3. I think the negative interest rate would be for money the banks borrow.
    Banks borrow cheap and lend at a markup. Hence mortgages being some fiddly bit above the prime rate... and the interest on credit-card balances being a whole bunch above the prime rate.
    It matters little to the bank whether it's borrowing at 3% and lending at 5% or borrowing at -1% and lending at +1%.
    It does, however, matter a great deal to people with saving accounts whether the bank is paying them 0.75% or charging them 1%.

  4. "I think the negative interest rate would be for money the banks borrow."

    Yes, that's what the inter-bank rate is, and then there are central bank rates, but generally in the US (so far) the two have proceeded lock-step.

    That very likely won't continue when interest rates head into negative territory.

    The central banking idea with negative interest rates is that they can stamp on the brakes of monetary volume growth and inflation, which is to say that they think they can smack deflation with carnival mallets and it'll go back into its box full of holes for a while.

    Of course this is all happening because of spending slowing down.

    As I'd mentioned before, there are actually several rates in parallel, and this one is also called the "overnight repo rate" in forex trading. It's the central bank lending rate for overnight deposits, and it was initially used as a way to expedite clearance of funds with central bank money.

    Then it became a way where the borrower banks could play the markets at generally little risk with money from central banks. In the US banks were prohibited from doing that, but then "the fix" was in and the regulations were loosened, leading to the investment kite flying festivals of 2007 and 2008.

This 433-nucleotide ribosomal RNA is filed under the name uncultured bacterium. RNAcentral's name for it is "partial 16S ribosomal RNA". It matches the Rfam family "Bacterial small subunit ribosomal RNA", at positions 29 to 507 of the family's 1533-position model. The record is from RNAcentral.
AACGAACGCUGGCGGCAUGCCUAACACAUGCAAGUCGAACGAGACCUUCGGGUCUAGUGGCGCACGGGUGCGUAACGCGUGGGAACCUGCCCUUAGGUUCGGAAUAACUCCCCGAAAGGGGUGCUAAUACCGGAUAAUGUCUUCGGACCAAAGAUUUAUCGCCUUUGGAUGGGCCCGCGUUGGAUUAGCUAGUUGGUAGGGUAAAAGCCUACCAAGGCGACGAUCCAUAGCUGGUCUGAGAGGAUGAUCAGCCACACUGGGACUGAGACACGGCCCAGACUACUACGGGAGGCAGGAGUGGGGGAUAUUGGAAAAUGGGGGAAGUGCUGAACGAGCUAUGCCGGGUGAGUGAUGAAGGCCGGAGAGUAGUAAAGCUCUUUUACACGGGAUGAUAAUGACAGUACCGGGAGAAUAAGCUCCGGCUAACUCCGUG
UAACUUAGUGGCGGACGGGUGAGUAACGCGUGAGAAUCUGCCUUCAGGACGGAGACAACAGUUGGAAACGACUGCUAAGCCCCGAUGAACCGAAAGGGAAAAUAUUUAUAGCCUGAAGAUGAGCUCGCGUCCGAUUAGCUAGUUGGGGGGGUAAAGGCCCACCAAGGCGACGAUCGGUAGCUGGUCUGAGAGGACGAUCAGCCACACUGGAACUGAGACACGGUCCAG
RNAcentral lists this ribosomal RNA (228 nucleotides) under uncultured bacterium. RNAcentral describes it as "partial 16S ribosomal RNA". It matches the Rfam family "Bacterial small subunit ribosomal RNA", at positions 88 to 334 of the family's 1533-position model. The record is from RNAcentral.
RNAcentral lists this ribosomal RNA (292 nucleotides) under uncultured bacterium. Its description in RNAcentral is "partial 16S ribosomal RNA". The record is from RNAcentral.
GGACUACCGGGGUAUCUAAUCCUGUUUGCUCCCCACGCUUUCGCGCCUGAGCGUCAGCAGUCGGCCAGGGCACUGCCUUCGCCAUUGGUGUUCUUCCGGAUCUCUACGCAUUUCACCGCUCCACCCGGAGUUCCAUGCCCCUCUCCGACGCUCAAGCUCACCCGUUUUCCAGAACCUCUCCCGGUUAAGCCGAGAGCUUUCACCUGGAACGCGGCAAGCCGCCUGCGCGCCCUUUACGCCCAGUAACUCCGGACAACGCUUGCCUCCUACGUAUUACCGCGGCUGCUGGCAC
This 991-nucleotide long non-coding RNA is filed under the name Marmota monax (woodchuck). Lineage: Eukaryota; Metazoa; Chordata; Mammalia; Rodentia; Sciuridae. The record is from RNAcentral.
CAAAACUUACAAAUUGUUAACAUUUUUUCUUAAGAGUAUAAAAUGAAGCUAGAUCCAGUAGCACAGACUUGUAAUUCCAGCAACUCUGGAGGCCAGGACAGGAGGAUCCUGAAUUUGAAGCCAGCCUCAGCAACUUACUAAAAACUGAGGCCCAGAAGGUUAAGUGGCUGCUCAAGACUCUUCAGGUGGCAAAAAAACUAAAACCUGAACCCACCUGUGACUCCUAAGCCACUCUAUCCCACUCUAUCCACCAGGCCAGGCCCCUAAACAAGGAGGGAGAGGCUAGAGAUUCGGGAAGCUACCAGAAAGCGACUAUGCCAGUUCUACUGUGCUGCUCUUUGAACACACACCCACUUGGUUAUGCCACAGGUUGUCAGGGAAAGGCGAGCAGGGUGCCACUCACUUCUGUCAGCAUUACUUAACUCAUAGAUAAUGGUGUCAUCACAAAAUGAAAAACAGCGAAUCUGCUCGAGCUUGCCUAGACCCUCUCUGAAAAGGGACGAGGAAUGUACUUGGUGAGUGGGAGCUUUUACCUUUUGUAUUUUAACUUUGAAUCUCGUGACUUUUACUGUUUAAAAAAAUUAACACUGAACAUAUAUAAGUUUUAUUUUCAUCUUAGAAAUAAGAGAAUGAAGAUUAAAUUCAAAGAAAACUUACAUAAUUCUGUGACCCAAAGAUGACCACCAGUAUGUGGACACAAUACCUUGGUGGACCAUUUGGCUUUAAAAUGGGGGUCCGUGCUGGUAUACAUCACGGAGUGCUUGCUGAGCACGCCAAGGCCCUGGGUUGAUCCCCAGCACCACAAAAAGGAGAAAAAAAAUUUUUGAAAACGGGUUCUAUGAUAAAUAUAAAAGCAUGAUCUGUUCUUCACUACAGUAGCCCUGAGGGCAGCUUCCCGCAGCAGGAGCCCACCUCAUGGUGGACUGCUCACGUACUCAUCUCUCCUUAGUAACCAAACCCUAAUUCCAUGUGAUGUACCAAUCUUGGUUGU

This pushes into new territory where the central banks are actually encouraging other banks to keep their money and to stop playing the Stock Market Casino that "professional investors" try telling everyone isn't a casino.

    The idea behind the actions of these central bankers is that these banks should be lending more money out and playing with less of the central bank's money on the investment markets.

    What the central bankers want is for everyone to spend money the way they did back in 2005 because if they don't get a spending uptick, they'll eventually have to settle for some sort of managed valuation slump and a money supply contraction that they really can't afford.

    So this negative interest isn't actually the most troubling thing ...

    Snarkie's right to worry: if this doesn't work, the valuation slump along with what follows it, such as a run on the banks, would definitely be something to worry about.

    Holding physical currency isn't going to help: there's an excess of physical US currency that's historically rare already. But people in hard-to-understand situations tend to do things that don't make much sense on a larger scale, and this would definitely be one of those situations.

    Once again, the biggest risk is that everyone panics and causes the actual valuation collapse that the central bankers are trying to avoid ...

    ... which is why I really, really like the idea of non-central banking managed currencies and assets that hold at least some of their value in the face of a valuation shit storm.

    So, yeah, buy a few $hitcoin$, and some gold fractionals, and maybe some hefty one kilo Aussie silver ingot "coins" if you need some hefty door stops in your office, you might as well right now.

    "This is sort of new territory."

    This is actually a good answer: understanding that this is unprecedented activity for the US and for Europe is key to trying to make best-guesses for where everything's going to wind up.

  5. If these idiots would stop playing silly buggers we could go back to our previously scheduled lives.

    I Despise these people